At the end of the day Video calls are considered useless and only a fringe thing because you have to pay 50p/min for them. Once the are free, or at least "no more expensive than voice calls" then we will see an explosion in their use - if there is interest in inane home shot video (youtube prooves there is) then there will be interest in realtime inane home shot video.

What do others think?


Kodak strikes at Apple in iPhone, Mac patent dispute

Jeff Clarke

think about it chap...

Whilst it could be as simple as 'they only just noticed' there are a plethora of other potential reasons why they only sued now...e.g.:

maybe the infringement came with the latest model/firmware/etc from RIM/Iphone

Until a big market is provable for an infringement, why bother suing... hence they wait for the iphone, or whatever, to rack up (even) more sales. So then they can prove value of patent to infringer is high (i.e. sold a lot of devices that incorporated the patented technology), hence losses to them are high, hence damages can be high too.

A patent is for 20 years, with some limitations on time between when infringement begins and the patent owner sues without loss of damages, so why not do things later in the day. In fact it usually means you get more money, as real potential losses have racked up, etc, as opposed to theoretical ones. What you DO NOT want is an early judgement/ settlement level based on certain projected sales levels, and then it turns out it sold 100x more than expected... E.g. even astute contributors to this very website wagered the iphone was going to be a fail... but look what happened there! humble pie eaten (and respect given to him for doing so, and not spinning it in some other way, a la Labour stylee.- we all get things wrong!). I guess this boils down to: do you think they will get more damages (if they win) now, after millions of iphones sold, or on the first day the iphone went on sale? Methinks the former.

Corporations move slowly in these areas at the best of times - they are known to have been in licensing talks with other companies before hand, they are known to have notified apple/RIM about the infringement (which takes time to do, and would have to provide a reasonable time frame to respond/comply), so it is reasonable to assume that they have seen how otehr patent disputes on these matters have gone with the otehr companies before taking on even bigger ones, plus have probably been in a patent licensing dispute with apple/RIMfor months, if not years, which have not gone the way Kodak wanted, so they sue now. It called business tactics. They are long, protracted, and costly.If they weren't, anyone could do them, and the world would be utter chaos.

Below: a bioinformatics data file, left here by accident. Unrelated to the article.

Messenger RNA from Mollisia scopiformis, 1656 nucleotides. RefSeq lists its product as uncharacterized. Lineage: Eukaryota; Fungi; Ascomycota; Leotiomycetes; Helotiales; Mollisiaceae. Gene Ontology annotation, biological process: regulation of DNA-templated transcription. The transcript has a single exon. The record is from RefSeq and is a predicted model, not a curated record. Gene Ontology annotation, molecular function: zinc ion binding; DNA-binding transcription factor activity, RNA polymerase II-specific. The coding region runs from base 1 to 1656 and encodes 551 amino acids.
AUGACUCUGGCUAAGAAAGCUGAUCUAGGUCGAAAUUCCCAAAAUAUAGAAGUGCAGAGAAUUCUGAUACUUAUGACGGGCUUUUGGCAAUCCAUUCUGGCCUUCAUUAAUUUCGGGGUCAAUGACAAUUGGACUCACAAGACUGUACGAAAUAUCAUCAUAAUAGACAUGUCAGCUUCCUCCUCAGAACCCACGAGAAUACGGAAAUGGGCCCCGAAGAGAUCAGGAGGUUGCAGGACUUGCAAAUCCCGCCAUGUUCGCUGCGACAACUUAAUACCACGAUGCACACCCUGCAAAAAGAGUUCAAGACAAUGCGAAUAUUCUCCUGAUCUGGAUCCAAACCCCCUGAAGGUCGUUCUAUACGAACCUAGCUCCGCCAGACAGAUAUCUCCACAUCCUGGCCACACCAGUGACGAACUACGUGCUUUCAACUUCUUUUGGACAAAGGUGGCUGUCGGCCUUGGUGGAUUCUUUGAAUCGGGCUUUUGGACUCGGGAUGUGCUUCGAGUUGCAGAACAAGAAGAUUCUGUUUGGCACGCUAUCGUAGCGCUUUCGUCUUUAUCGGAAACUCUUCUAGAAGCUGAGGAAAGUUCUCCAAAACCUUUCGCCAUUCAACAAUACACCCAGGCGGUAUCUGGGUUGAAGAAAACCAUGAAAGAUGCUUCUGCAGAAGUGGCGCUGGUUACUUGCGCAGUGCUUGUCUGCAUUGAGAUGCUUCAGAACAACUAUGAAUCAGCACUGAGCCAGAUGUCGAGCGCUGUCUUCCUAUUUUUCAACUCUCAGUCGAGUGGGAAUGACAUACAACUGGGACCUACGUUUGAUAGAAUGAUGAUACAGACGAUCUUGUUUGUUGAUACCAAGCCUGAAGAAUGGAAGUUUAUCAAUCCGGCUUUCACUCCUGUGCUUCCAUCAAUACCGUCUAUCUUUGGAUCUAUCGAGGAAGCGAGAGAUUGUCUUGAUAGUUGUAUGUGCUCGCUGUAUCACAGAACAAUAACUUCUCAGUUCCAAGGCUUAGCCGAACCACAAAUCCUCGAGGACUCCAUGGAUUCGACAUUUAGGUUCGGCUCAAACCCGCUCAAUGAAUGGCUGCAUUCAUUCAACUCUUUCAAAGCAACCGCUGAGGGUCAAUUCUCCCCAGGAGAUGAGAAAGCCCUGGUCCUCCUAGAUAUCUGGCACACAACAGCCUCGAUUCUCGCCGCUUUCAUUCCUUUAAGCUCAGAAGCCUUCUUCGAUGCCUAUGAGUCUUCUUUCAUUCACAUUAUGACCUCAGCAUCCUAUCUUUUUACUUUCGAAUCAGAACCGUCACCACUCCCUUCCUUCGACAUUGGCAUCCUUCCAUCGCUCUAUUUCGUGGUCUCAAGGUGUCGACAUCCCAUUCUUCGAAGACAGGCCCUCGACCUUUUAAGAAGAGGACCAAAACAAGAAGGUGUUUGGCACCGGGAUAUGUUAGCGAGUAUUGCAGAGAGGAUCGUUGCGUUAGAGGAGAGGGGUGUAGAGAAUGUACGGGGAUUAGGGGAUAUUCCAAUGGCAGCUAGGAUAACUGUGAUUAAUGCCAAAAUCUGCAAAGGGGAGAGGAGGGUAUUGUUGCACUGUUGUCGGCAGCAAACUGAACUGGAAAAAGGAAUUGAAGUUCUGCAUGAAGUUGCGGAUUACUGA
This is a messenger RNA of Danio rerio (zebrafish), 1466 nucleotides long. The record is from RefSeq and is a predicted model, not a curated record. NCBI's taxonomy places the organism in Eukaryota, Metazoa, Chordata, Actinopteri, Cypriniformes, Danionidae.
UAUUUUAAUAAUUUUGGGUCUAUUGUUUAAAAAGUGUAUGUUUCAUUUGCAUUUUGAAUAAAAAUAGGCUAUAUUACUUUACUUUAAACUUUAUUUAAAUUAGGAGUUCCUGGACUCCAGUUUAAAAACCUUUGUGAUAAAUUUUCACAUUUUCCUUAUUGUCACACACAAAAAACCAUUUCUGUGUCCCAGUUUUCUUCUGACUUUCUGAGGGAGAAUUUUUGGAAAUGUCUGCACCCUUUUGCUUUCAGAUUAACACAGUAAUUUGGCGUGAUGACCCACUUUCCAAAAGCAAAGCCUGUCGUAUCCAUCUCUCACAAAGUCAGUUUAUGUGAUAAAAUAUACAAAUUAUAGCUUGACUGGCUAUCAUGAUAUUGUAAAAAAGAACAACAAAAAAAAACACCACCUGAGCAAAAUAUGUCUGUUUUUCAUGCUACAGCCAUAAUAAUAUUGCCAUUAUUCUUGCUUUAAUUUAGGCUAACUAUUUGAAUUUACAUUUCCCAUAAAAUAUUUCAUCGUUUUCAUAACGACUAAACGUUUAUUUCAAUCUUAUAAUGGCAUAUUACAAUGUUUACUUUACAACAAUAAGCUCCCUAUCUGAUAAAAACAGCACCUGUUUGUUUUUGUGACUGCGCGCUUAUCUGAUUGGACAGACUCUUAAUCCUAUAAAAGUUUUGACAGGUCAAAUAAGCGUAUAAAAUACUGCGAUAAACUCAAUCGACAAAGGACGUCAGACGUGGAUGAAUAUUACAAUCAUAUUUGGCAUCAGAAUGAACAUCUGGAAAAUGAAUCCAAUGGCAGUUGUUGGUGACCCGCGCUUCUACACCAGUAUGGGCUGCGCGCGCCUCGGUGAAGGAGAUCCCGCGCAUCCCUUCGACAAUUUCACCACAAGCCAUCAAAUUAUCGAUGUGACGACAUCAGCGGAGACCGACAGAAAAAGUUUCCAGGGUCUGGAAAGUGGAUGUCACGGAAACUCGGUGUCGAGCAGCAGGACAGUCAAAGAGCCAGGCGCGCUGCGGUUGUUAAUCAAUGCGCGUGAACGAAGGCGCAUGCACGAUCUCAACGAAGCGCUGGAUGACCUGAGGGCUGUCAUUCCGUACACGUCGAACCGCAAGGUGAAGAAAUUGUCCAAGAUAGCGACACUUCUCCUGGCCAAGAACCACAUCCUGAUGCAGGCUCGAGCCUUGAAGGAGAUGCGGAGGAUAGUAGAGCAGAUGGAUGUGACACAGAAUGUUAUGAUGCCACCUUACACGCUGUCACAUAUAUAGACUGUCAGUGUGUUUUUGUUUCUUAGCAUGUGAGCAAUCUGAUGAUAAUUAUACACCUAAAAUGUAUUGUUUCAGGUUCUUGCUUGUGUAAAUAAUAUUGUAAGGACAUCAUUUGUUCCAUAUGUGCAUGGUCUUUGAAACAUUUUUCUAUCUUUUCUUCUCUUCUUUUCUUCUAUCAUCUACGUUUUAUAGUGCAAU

Patent (indeed any civil litgation requiring a lot of disclosures, etc) cases can take a long time to get going, so maybe this case was started earlier than you think. Just because elReg did not comment on this before, does nto mean it did not exist before today. BTW, yes, a tree falling in a wood that nobody saw fall, still made a noise when doing so!

When pennies are freely available, people get on with picking them up (i.e. in a growing/steady economy, everyone makes hay while the sun shines). When the pennies are tight, everyone starts to take the pennies off one another (i.e. fighting over what revenue there is, is more common in a recession). This is basic human nature, and the reason why humans will wipe each other out over water/food/land/etc when ever it is scarce and in contention.

I shall stop there.



Blue chip FTP logins found on cybercrime server

Jeff Clarke